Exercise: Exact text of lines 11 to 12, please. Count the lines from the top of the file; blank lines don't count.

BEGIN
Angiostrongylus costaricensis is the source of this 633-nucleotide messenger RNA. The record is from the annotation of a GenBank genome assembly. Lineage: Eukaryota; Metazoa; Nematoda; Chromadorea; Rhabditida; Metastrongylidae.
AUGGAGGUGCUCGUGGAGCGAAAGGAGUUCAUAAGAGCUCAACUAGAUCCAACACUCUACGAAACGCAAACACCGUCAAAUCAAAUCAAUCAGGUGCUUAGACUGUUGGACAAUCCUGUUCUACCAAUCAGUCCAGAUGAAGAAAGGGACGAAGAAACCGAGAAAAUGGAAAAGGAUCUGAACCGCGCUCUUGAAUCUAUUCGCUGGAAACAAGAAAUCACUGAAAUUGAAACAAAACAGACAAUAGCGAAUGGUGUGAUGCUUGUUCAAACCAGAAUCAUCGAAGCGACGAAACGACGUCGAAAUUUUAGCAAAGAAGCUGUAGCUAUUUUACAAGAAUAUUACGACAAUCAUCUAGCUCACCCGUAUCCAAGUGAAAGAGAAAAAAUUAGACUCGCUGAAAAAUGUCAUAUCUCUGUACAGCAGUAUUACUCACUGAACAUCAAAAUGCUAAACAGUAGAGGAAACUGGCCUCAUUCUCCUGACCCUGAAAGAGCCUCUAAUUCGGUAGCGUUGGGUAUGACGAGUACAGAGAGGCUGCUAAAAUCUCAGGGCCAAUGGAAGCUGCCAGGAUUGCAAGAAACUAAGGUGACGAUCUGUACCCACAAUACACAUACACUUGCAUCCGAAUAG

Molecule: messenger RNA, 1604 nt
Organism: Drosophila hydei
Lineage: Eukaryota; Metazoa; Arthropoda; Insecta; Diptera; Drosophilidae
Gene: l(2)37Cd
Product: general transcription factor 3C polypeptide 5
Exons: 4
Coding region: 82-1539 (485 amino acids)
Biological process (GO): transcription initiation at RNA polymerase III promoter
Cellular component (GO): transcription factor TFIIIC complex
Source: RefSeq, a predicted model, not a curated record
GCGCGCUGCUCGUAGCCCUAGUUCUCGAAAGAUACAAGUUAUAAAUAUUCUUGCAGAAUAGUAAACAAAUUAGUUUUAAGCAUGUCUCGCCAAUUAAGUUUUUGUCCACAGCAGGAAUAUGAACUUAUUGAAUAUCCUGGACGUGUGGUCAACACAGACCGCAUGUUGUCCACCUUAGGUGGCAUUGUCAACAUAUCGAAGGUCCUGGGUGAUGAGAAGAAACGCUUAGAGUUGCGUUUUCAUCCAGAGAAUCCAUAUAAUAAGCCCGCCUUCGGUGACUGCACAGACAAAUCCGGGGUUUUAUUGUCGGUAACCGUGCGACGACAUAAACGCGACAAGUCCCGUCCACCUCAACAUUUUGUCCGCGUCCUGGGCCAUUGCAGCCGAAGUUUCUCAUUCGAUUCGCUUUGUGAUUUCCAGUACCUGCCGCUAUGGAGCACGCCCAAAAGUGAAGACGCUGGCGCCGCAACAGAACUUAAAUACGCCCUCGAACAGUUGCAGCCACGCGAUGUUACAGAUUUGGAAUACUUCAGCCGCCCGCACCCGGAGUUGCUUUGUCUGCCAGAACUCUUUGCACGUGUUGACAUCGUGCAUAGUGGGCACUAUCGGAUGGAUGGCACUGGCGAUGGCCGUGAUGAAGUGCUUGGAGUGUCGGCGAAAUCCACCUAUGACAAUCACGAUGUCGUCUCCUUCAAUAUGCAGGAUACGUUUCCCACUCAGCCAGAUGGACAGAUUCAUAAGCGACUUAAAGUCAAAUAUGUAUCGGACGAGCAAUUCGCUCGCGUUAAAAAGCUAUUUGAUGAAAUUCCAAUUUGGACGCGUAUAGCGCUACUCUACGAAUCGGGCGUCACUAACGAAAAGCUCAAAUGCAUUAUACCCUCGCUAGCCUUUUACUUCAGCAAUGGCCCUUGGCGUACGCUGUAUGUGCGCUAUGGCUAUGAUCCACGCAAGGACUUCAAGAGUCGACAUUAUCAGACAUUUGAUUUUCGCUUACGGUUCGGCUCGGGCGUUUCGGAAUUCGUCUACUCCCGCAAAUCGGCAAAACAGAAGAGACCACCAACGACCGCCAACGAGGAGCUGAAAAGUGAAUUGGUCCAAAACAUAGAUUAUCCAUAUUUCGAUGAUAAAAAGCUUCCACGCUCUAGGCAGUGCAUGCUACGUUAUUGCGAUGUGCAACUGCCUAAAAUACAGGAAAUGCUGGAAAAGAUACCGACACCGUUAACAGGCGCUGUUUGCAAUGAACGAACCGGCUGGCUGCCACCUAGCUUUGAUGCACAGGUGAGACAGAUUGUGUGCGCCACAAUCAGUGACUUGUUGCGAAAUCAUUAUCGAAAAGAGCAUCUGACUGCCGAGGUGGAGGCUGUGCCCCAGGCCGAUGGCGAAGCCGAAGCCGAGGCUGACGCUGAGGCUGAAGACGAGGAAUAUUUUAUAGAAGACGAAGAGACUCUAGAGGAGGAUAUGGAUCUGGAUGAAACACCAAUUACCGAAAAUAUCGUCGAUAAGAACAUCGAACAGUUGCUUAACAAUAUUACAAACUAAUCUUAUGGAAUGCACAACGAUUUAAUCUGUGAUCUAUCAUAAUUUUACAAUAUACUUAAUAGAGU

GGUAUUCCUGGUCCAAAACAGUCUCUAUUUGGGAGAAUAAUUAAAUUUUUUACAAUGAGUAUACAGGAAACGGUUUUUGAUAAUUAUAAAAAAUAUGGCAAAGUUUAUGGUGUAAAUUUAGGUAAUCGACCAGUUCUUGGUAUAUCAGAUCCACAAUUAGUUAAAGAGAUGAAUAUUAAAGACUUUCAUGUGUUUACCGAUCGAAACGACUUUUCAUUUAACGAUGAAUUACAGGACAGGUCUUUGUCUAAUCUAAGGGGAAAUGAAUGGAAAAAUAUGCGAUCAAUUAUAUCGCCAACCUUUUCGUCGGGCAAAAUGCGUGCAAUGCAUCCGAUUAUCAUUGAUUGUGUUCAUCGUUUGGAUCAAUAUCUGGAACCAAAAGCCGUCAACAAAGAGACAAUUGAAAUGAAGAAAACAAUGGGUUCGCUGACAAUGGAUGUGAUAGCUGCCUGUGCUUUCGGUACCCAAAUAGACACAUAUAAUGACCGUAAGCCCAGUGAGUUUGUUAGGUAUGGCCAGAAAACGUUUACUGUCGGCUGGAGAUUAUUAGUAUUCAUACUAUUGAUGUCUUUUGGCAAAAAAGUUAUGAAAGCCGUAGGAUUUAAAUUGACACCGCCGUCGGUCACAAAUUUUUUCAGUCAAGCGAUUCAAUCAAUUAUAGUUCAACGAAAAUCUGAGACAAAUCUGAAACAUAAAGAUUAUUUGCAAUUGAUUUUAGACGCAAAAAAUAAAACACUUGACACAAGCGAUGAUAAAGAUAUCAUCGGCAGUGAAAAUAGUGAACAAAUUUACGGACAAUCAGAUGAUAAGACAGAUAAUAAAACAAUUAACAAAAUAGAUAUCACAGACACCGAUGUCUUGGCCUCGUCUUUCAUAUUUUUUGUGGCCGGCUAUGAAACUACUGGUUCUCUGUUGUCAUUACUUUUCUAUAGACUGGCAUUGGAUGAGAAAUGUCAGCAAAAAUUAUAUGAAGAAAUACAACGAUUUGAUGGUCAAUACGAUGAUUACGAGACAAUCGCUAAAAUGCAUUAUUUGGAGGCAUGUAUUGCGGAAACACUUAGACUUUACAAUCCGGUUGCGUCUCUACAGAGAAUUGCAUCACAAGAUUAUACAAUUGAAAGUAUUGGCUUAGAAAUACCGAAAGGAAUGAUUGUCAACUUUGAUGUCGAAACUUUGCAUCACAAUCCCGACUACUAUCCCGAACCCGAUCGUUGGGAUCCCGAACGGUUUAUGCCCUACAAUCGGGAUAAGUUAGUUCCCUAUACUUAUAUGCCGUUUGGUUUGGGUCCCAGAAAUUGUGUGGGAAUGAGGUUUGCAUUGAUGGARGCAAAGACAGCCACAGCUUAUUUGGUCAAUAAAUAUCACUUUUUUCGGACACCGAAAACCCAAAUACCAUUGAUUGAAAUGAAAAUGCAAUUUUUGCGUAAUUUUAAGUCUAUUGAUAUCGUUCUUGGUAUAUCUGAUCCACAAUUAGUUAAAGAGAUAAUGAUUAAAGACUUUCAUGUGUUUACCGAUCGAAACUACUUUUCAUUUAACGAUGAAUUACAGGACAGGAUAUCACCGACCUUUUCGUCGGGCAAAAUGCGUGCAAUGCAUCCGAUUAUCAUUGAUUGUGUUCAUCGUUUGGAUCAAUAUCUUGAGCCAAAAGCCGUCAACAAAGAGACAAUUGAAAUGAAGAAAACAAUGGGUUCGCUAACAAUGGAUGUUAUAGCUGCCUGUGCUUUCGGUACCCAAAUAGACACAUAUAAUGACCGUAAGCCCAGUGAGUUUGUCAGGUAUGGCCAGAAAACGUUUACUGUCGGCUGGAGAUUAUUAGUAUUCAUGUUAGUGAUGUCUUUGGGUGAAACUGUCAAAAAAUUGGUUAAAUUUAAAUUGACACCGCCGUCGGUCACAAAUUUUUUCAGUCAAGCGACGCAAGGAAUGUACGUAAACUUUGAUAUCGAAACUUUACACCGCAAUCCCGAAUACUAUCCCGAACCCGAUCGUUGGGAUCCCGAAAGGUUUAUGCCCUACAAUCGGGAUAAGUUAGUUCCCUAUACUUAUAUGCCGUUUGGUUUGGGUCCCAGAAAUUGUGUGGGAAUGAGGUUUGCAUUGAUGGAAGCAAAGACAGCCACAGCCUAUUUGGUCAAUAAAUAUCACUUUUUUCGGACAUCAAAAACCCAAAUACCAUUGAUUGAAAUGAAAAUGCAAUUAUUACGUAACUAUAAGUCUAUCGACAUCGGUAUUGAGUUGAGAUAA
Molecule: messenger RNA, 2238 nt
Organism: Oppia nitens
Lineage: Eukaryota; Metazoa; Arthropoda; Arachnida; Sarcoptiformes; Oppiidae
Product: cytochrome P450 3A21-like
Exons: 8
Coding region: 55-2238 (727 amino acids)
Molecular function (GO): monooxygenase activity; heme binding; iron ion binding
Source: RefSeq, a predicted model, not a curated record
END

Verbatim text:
Cellular component (GO): transcription factor TFIIIC complex
Source: RefSeq, a predicted model, not a curated record